Life history of a lowland burrowing mayfly, Ephemera orientalis (Ephemeroptera: Ephemeridae), in a Korean stream

Sung Jin Lee, Jeong Mi Hwang, Yeon Jae Bae

Research output: Contribution to journalArticle

13 Citations (Scopus)

Abstract

Life history aspects of Ephemera orientalis, a common lowland burrowing mayfly that resides in temperate East Asia, were studied in terms of voltinism, secondary production, and accumulated degree days for larval development. From March 1998 to June 1999, larvae were sampled monthly (weekly or biweekly during the emergence period) from a lower reach of the Gapyeong stream in Korea, a stream typical of temperate East Asia, using a Surber sampler (0.25 m 2, mesh 0.25 mm). As a result, the mean density of E. orientalis was 47.21 ± 13.58 indiv. m-2 during the study period. Very small larvae less than 2 mm in body length were sampled on three separate occasions, and emergence was observed between late April and early October, except during late May. Based on the larval body length distribution and emergence time, two different developmental groups could be distinguished: the slow developmental group (S-group) and the fast developmental group (F-group). The F-group completed its life cycle within 4 months, whereas the S-group had a one-year life cycle. The S-group could be divided into two subgroups, dubbed the S1 and S2-groups, based on larval development. The developmental groups alternate their life cycles in the order: S1→F→S2→S1. Estimated annual production of the larvae was 68.81 mg DW m-2y-1; mean biomass was 8.43 mg DW m-2; the annual production to mean biomass ratio was 8.16. The annual mean water temperature of the study year was 14.76 ± 6.63°C. The total accumulated degree days for larval development was 1396°C for the F-group, 2,055°C for the S1-group, and 1,975°C for the S2-group. Two different adult body size groups were distinguished (P < 0.001 by t-test): larger adults, which belonged to the S-group, were present throughout the emergence period, whereas smaller adults, which belonged to the F-group, were mainly present later in the emergence period (August-October). The difference in the accumulated degree days between the developmental groups may explain the size differences of adults.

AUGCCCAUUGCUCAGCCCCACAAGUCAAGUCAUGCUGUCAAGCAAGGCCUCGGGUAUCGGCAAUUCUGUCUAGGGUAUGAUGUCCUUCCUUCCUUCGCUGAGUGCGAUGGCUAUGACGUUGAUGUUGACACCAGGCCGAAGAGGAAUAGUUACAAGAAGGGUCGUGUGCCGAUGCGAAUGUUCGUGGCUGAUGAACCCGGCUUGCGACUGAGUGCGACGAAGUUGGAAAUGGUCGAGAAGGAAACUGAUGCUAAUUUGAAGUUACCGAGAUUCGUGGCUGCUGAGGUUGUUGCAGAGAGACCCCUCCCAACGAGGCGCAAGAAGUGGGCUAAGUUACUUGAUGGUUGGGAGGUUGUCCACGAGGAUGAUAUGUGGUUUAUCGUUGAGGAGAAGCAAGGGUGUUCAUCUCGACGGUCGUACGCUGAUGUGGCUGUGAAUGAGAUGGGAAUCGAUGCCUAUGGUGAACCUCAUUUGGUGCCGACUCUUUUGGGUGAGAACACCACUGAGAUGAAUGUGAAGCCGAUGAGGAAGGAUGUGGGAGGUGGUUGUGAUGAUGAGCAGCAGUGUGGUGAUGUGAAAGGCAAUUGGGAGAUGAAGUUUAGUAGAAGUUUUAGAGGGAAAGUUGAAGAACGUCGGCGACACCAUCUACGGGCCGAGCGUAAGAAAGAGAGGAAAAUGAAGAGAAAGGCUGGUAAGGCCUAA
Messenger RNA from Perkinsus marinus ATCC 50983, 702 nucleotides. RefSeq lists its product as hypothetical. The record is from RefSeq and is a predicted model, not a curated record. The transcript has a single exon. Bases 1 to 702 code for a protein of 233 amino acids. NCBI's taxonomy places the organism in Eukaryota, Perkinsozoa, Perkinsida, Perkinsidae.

Original languageEnglish
Pages (from-to)279-288
Number of pages10
JournalHydrobiologia
Volume596
Issue number1
DOIs
Publication statusPublished - 2008 Jan

Keywords

  • Burrowing mayfly
  • Degree day
  • Ephemera orientalis
  • Life history
  • Secondary production
  • Temperate East Asian stream

ASJC Scopus subject areas

  • Aquatic Science

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